Dietary histidine has been shown to elevate circulating free histidine and plasma histamine concentration in murine models as much as six-fold. Bladder mastocytosis is a hallmark of feline interstitial cystitis, and histidine is stored in mast cells and converted to histamine for signaling and inflammation by the enzyme histidine decarboxylase. Elevated dietary histidine may represent a risk factor for heightened mast cell responses.
Nine healthy adult female shorthair cats were used to test the effects of dietary histidine (0.6%, 1.0% and 1.4% on a dry matter basis, or DM) on histamine in blood and urine. They ate dry, extruded test foods in sufficient amounts to maintain ideal body weight. Each experimental period was preceded by a seven-day period of feeding the 0.6% histidine diet, followed by a 14-day feeding period of the appropriate test food.
DM intake was not affected by treatment. Plasma histidine concentration increased with dietary supply of histidine. Urine output and titratable acidity of urine were similar across treatments. However, urine pH was lower in cats fed 1.4% histidine compared with 0.6% or 1.0%. Urinary histamine:creatinine was greater for the 1.4% histidine treatment compared to other diets, while urinary histamine concentration and plasma histamine concentration were unaffected. No differences among treatments in total histamine, cellular + noncellular or antigen-induced histamine release were detected in whole blood.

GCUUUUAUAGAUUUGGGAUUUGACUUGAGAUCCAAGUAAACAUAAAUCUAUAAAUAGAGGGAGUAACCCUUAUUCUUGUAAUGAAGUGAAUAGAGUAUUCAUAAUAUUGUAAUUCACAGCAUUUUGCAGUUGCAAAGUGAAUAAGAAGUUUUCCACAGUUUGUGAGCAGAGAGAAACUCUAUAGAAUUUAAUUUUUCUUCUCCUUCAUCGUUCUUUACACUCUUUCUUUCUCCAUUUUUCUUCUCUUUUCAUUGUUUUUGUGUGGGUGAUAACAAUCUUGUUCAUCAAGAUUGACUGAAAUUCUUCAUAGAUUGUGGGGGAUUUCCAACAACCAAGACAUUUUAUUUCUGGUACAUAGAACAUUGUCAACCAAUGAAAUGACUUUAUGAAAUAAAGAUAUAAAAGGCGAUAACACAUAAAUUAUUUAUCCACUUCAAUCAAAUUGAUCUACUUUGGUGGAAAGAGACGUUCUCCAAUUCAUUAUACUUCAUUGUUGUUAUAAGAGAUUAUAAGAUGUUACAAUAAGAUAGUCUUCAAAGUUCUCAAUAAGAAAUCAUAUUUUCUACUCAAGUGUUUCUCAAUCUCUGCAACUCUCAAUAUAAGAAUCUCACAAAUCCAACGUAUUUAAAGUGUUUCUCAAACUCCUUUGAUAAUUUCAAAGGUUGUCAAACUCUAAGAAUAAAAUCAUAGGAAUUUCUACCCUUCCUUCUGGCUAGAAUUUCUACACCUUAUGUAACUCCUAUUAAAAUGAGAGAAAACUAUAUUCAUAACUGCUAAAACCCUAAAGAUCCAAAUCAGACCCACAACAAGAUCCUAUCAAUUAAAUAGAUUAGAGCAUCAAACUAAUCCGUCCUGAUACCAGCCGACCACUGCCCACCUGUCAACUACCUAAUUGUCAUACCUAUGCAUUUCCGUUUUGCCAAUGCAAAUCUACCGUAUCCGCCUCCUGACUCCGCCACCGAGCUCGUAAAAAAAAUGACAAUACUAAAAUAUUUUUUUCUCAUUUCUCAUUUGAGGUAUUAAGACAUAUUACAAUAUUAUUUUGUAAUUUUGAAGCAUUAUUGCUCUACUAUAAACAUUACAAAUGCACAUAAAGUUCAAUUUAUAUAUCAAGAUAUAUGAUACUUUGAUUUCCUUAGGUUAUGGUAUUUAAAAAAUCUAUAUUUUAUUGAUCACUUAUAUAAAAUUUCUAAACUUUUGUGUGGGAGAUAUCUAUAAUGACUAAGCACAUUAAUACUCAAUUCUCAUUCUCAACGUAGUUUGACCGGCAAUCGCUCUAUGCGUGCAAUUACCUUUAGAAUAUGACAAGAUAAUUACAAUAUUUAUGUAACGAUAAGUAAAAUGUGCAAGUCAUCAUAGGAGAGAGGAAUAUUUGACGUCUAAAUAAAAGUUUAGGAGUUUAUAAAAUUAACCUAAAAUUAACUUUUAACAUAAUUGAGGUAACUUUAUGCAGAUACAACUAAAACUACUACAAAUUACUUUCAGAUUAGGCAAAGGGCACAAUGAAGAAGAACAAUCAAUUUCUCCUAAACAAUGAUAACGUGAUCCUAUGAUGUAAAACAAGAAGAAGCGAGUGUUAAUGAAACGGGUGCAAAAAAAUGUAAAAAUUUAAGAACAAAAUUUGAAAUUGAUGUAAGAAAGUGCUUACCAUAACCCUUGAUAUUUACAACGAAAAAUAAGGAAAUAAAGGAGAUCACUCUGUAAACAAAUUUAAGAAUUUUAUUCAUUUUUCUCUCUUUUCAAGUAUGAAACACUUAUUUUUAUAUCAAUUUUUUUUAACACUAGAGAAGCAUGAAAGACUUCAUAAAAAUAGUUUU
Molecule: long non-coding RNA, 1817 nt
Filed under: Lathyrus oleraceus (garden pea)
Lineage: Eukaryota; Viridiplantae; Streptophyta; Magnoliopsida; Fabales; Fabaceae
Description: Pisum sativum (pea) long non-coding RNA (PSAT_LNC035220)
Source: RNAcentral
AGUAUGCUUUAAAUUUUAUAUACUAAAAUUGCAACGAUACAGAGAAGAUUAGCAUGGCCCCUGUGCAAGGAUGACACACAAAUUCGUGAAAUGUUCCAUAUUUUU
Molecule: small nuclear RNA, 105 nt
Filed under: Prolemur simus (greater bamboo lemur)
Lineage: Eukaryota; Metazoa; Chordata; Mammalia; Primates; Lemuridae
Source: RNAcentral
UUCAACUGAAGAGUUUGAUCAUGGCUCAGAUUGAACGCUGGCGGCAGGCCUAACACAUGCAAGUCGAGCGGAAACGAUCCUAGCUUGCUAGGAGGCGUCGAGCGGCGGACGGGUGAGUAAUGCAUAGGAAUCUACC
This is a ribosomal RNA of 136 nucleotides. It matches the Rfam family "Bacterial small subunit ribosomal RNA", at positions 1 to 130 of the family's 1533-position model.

Increase in dietary histidine elevates circulating concentrations of histamine or antigen-induced histamine release in whole blood, but urinary histamine excretion may be responsive to dietary histidine supply.
Source: S.K. Martin et al., 2012. Influence of dietary histidine on basophil release, circulating concentration and urinary excretion of histamine in domestic felines. Intern J Appl Res Vet Med 10: 289-299.
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